Squirrel Hill ninth-grader Aria Eppinger has the stomach for research.
After reading a science journal article connecting head trauma with gut dysbiosis, a condition in which toxic bacteria take over the intestinal tract, Eppinger was curious to understand the causes of the affliction. A victim of head trauma as a child, the Winchester Thurston School student uncovered evidence that animals can develop the condition after exposure to the herbicide Roundup.
That research has earned the now 15-year-old attention at local and national levels. In May, her presentation, “Roundup’s Effect on Human Gut Bacteria,” won a Carnegie Science Award at Carnegie Science Center’s Covestro Pittsburgh Regional Science & Engineering Fair. She has also been selected one of 30 finalists in the Broadcom MASTERS national STEM middle school competition. STEM is an acronym for science, technology, engineering and mathematics. She received $500 and a chance to present her research and compete in hands-on challenges later this month in Washington, D.C.
As a result of her study, and the fact that gut dysbiosis can lead to cancer and diabetes, Eppinger believes Roundup should not be used on food products. Food that has been sprayed with Roundup should come with warnings, Eppinger says, so consumers can make informed decisions about what they put in their bodies.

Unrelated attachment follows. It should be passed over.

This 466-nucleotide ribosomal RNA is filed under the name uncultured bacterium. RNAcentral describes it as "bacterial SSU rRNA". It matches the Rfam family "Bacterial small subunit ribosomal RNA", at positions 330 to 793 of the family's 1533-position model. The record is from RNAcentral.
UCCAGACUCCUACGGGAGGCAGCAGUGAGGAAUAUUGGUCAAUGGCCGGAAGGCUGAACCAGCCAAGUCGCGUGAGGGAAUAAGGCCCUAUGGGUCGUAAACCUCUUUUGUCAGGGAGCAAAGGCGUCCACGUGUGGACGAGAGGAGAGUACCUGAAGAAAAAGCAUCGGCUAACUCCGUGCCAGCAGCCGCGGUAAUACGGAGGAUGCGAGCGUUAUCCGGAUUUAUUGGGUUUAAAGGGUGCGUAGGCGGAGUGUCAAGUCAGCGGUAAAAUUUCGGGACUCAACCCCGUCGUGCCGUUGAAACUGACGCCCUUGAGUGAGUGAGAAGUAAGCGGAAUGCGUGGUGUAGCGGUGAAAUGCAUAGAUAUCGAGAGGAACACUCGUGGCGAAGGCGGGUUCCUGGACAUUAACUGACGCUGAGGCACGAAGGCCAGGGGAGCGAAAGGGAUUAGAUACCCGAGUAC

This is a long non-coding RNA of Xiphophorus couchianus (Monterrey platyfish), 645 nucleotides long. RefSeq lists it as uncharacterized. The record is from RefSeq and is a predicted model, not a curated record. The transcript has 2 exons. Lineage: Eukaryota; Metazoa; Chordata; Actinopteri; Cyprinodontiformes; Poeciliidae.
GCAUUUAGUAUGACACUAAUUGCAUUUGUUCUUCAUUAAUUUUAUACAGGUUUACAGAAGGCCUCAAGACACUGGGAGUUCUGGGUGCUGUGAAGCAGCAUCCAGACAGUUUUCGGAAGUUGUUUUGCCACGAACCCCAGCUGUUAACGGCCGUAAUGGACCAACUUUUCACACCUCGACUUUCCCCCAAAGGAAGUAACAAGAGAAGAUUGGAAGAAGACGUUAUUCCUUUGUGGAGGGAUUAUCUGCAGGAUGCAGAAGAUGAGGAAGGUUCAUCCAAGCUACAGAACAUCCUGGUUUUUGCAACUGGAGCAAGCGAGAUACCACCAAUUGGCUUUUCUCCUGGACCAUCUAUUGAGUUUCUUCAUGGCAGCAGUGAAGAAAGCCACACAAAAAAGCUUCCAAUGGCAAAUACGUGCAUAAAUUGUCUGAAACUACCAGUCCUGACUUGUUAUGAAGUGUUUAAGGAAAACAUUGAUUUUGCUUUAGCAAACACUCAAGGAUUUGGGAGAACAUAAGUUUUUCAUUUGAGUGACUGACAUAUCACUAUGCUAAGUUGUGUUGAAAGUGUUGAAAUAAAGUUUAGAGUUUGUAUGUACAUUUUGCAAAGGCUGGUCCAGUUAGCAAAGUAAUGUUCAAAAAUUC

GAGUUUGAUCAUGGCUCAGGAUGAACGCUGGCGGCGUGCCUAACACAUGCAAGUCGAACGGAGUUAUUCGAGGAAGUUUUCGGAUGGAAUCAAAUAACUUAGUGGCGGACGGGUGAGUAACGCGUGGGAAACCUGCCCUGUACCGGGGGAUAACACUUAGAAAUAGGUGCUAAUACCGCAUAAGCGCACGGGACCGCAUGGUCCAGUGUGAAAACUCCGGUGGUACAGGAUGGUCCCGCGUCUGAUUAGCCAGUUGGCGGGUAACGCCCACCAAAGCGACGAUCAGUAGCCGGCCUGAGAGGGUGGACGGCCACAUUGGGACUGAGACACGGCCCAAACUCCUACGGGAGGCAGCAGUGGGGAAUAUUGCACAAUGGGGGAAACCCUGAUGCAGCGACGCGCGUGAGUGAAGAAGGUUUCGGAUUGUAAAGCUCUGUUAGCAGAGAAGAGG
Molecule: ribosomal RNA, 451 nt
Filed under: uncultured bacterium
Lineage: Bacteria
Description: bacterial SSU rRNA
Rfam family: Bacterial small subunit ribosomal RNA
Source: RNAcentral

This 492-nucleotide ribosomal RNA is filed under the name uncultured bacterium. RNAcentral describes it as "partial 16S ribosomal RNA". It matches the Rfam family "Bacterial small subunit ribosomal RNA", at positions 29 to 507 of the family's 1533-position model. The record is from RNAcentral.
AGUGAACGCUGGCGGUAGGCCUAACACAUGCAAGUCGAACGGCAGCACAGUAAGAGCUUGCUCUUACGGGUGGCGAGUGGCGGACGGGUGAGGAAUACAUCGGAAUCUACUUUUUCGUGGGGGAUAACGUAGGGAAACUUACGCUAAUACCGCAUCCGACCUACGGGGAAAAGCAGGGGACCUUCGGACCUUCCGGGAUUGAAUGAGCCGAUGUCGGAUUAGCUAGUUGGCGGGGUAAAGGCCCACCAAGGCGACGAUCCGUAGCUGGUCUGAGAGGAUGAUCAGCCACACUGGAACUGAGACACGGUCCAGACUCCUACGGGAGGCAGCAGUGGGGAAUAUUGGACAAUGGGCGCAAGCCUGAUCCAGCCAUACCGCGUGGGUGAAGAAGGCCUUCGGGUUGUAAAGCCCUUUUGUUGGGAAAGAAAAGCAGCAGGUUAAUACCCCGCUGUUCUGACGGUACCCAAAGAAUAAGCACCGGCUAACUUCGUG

Tom Conroy, the judge who selected Eppinger’s presentation as a winner at the regional competition, said all contestants were impressive, but Eppinger stood out. Her interview clinched it for him.
“I couldn’t get to the end of the questions. Everything I asked her she had an answer for; and it wasn’t a made-up answer,” Conroy says. “She was the best young scientist there.”
This is not the first time Eppinger’s impressive mind has brought her attention. As a fourth-grader at the Campus School at Carlow University, she bested a national field to win Warren Buffett’s Grow Your Own Business Challenge in 2012. The illuminating business concept involved using LEDs and conductive thread in a line of DIY light-up clothing for kids. She donated one-third of her $5,000 prize to three local charities.
Regardless of whatever success she finds in the nation’s capital this month, Eppinger will continue her work on human gut bacteria. She’s already learning how to measure real human gut bacteria by looking at samples from people in Pittsburgh and investigating factors affecting the different gut bacteria. The research has led her to different STEM areas like Next Generation Sequencing technologies and basic science techniques used to measure real gut bacteria. She said she still has to learn the advanced math, computer science, statistics, genetics and biology to analyze the millions of bacteria in the human gut.
In the future, Eppinger hopes to study biostatistics, which combines the best of laboratory science and math.
“I am learning about a new field called computational biology or bioinformatics, which combines biology, math, computer science, statistics, high-tech lab equipment and computers to study thousands of people at once,” Eppinger says. “It’s the next generation of biostatistics and I am excited to go down that path.”